Daily Observer (Jamaica)

Thirty years of Cool Runnings

- BY HOWARD CAMPBELL Observer writer entertainm­ent@jamaicaobs­erver.com

LAST week marked the 30th anniversar­y of Cool Runnings, the hit movie based on the exploits of Jamaica’s bobsled team at the 1988 Winter Games in Calgary, Canada. Devon Harris, a member of that groundbrea­king quintet, said the Walt Disney-produced film has “aged well”.

Harris, who is now a motivation­al speaker in the United States, told the Jamaica Observer that he last saw Cool Runnings during a conference in Arkansas in 2022. He believes the comedy, which stars John Candy and Leon, immortalis­ed him and his teammates.

“I still feel the same way about the movie I felt 30 years ago when I first saw it. I thought it was a good human interest story, certainly the kind of movie I would have enjoyed had it not been about a part of my life. There are some really good life lessons in there; a comedy, yes, so it’s entertaini­ng but for the most part, shed a good light on the experience,” Harris said.

Harris, brothers Dudley and Chris Stokes, Michael White and Freddy Powell comprised the Jamaican squad at the Calgary Winter Olympics. As a team from a tropical country competing in wintry conditions with limited resources, they were a novelty and the topic of many feature stories.

Their heroic performanc­es in the four-man and two-man events made them stars in Calgary. Casting for a movie on their feats started two years later, with popular Canadian actor John Candy in the lead role as Coach Irving “Irv” Blitzer.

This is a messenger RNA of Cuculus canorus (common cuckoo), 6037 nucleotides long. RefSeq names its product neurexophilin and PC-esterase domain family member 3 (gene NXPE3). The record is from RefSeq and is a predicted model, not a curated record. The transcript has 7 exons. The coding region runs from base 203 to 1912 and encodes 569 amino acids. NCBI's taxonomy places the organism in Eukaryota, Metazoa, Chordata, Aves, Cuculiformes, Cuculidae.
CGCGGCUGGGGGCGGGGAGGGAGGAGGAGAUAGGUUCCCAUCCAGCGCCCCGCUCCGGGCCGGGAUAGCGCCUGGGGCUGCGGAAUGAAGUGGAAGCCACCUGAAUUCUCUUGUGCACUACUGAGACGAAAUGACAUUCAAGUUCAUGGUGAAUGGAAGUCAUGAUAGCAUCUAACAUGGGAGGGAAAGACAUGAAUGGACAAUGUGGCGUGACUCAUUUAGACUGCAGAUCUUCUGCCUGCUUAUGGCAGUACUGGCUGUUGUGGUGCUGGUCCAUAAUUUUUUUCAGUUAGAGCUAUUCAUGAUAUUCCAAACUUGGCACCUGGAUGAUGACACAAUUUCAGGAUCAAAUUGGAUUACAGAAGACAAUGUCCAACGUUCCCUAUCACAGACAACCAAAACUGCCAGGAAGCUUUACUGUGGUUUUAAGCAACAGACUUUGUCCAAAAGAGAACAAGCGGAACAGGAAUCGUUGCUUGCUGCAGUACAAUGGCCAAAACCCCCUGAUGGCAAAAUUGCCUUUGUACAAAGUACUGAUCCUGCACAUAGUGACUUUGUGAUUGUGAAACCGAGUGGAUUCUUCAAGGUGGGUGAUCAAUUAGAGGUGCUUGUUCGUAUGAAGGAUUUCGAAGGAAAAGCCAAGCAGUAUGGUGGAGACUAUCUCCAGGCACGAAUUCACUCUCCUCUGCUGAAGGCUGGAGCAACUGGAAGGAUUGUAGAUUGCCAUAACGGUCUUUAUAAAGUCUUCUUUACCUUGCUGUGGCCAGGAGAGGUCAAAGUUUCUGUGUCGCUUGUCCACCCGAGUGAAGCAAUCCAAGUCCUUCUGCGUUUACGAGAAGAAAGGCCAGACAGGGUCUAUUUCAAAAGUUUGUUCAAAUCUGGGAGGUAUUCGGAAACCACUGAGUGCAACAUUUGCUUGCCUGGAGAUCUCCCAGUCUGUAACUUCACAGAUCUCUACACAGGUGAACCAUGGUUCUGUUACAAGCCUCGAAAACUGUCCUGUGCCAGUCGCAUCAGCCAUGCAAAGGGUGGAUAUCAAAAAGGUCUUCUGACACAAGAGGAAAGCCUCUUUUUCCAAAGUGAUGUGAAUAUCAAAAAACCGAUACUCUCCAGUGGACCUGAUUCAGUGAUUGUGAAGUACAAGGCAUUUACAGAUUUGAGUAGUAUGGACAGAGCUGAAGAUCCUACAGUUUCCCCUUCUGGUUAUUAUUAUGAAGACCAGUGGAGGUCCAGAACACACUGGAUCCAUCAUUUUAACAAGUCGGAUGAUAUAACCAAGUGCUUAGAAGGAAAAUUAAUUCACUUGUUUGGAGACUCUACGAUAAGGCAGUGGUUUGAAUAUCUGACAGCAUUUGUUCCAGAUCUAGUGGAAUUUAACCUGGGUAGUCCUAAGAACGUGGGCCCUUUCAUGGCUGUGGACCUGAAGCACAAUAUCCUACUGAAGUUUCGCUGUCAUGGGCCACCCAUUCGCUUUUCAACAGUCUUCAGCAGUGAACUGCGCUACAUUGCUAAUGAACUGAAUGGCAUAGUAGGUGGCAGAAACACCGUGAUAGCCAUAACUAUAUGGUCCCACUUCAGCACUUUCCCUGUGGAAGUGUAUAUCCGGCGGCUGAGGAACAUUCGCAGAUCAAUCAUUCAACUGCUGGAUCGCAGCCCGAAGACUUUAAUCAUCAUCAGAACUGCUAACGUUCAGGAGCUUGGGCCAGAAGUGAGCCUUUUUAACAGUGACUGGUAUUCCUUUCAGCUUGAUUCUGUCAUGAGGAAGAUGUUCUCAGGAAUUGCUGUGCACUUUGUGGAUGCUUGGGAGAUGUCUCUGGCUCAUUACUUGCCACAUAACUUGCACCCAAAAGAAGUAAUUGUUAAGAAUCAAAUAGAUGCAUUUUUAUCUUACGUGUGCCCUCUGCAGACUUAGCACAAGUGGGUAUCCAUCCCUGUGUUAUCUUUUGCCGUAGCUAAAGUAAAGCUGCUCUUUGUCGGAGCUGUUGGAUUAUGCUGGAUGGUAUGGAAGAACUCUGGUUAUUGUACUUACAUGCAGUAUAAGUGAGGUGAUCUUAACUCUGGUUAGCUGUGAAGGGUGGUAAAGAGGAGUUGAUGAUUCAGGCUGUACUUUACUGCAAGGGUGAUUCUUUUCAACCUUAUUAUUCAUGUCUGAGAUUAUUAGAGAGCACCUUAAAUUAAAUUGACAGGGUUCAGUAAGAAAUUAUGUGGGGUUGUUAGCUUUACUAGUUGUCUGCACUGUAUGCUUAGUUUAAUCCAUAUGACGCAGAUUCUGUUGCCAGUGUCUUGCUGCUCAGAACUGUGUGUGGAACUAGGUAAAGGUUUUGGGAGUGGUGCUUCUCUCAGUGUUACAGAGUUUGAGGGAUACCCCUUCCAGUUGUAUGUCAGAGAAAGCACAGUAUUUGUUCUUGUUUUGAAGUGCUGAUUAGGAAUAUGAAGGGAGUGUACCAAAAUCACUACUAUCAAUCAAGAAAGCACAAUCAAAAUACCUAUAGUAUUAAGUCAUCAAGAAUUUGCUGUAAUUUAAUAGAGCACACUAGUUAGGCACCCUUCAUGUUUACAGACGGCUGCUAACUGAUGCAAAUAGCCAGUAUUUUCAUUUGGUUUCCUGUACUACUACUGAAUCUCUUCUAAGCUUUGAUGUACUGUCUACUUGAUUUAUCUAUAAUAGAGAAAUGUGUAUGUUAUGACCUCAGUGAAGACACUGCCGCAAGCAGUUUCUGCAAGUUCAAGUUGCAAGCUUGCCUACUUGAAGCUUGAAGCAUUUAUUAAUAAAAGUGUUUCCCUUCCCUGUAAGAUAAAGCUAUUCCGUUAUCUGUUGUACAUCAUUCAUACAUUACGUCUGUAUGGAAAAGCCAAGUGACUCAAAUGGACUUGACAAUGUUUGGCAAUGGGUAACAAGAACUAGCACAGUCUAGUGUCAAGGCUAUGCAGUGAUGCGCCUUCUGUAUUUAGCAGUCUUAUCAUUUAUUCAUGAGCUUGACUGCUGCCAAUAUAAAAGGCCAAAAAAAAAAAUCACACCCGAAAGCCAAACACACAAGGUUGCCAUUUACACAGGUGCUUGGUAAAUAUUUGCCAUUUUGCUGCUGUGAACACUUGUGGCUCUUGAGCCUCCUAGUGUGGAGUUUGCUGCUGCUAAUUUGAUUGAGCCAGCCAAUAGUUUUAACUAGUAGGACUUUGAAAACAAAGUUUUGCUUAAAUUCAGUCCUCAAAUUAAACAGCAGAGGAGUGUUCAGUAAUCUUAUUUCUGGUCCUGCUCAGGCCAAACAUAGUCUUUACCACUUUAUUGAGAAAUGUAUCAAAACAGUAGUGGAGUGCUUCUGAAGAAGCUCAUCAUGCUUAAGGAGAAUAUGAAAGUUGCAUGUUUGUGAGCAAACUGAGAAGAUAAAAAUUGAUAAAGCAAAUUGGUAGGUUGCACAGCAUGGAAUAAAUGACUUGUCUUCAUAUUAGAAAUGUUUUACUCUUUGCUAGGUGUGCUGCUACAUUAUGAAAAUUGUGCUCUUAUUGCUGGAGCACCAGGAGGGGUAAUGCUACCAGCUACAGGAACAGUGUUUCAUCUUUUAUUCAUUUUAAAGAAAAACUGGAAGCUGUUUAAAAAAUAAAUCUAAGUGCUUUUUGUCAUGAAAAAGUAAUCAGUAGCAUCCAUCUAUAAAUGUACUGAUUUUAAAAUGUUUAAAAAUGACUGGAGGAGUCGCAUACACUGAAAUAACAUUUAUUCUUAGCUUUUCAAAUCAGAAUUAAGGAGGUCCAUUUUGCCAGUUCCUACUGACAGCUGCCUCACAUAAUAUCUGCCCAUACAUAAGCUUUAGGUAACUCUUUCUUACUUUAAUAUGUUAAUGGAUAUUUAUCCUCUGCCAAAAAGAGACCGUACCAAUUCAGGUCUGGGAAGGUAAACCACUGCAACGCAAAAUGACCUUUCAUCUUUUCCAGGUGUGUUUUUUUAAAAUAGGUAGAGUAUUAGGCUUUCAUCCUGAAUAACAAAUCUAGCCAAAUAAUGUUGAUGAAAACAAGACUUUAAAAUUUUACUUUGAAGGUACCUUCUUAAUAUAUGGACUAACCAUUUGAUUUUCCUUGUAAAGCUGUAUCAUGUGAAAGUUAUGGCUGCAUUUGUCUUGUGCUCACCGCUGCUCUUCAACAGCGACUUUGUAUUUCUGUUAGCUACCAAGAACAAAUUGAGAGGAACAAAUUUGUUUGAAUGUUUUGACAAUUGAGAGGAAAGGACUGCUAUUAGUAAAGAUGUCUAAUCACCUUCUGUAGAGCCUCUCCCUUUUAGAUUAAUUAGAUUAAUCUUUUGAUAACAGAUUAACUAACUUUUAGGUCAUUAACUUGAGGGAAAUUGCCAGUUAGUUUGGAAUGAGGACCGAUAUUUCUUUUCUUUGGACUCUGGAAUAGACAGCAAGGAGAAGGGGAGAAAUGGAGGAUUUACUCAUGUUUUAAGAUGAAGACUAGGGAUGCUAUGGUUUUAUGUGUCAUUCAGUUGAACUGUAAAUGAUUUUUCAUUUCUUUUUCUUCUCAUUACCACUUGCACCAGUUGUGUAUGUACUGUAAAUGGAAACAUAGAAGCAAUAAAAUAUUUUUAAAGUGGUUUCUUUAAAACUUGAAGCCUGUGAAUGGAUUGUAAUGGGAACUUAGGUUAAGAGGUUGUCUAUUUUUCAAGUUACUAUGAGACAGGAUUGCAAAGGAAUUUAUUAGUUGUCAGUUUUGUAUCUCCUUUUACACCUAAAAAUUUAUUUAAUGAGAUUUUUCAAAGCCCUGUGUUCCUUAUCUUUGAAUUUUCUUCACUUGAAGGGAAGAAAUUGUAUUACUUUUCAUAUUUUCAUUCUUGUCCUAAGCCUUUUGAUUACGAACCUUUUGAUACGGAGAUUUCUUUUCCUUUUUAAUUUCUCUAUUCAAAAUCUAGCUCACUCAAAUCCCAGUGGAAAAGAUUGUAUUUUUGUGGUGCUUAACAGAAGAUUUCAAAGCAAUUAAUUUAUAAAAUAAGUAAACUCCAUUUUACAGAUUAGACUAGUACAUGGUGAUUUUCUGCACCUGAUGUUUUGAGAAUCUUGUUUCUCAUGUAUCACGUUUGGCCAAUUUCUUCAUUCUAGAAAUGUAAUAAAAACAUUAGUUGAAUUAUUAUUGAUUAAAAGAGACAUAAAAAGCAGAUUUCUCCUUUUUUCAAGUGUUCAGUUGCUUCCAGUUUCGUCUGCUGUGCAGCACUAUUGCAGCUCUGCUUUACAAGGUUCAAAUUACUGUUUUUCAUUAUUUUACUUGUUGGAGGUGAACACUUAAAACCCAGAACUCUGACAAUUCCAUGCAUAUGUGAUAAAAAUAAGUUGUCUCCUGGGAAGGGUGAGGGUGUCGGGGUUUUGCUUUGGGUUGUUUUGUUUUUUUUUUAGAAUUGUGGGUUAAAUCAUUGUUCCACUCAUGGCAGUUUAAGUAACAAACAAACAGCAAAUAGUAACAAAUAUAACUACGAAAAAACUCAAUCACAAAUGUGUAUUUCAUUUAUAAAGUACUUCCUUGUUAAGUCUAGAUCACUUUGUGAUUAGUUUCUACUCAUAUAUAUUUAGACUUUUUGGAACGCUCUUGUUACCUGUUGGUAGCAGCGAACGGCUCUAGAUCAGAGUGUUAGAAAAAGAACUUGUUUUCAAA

Leon, Doug E Doug, Malik Yoba, and Rawle D Lewis played members of a longshot bobsled team from the island, competing at a winter tournament.

The Kingston-born Harris recalled writers for the project meeting with members of the team in New York and discussing at length their preparatio­n and participat­ion at the Calgary Games. He said a totally different story played out Cast members of the Disney movie

Cool Runnings (from left) Doug E Doug, Rawle D Lewis, John Candy, Leon and Malik Yoba pose in front of a promotiona­l background during the press run for the hit 1993 movie, which paid homage to Jamaica’s historic bobsled team at the 1988 Winter Olympics in Calgary.

on the silver screen.

Harris added that he and his teammates were concerned that Jamaica, and Jamaicans, would be improperly represente­d in the movie.

“I think we all know that stereotype­s are always dangerous. For sure, none of us on the team, as far as I know, we didn’t smoke weed. The other stereotype is that Jamaicans are party animals and we are very laid-back, so those were major concerns,” he said.

Last week, Leon, Malik Yoba and director

Jon Turteltaub told Variety magazine that Disney executives wanted a movie based on those images. Leon said he vigorously objected to playing a “black Aladdin” while Turteltaub recalled Disney Chairman Jeffrey Katzenberg demanding lead actors use accents suited for the box office.

“He said, ‘if you can’t get these accents to where I can understand them clearly, I’ll find a director who can,” Turteltaub disclosed.

Filmed in Calgary, Kingston and Discovery Bay,

Cool Runnings had a budget of US$17 million, with veteran Jamaican actors Charles Hyatt and Winston Stona in small roles. It was a smash hit, making US$159 million at the global box office.

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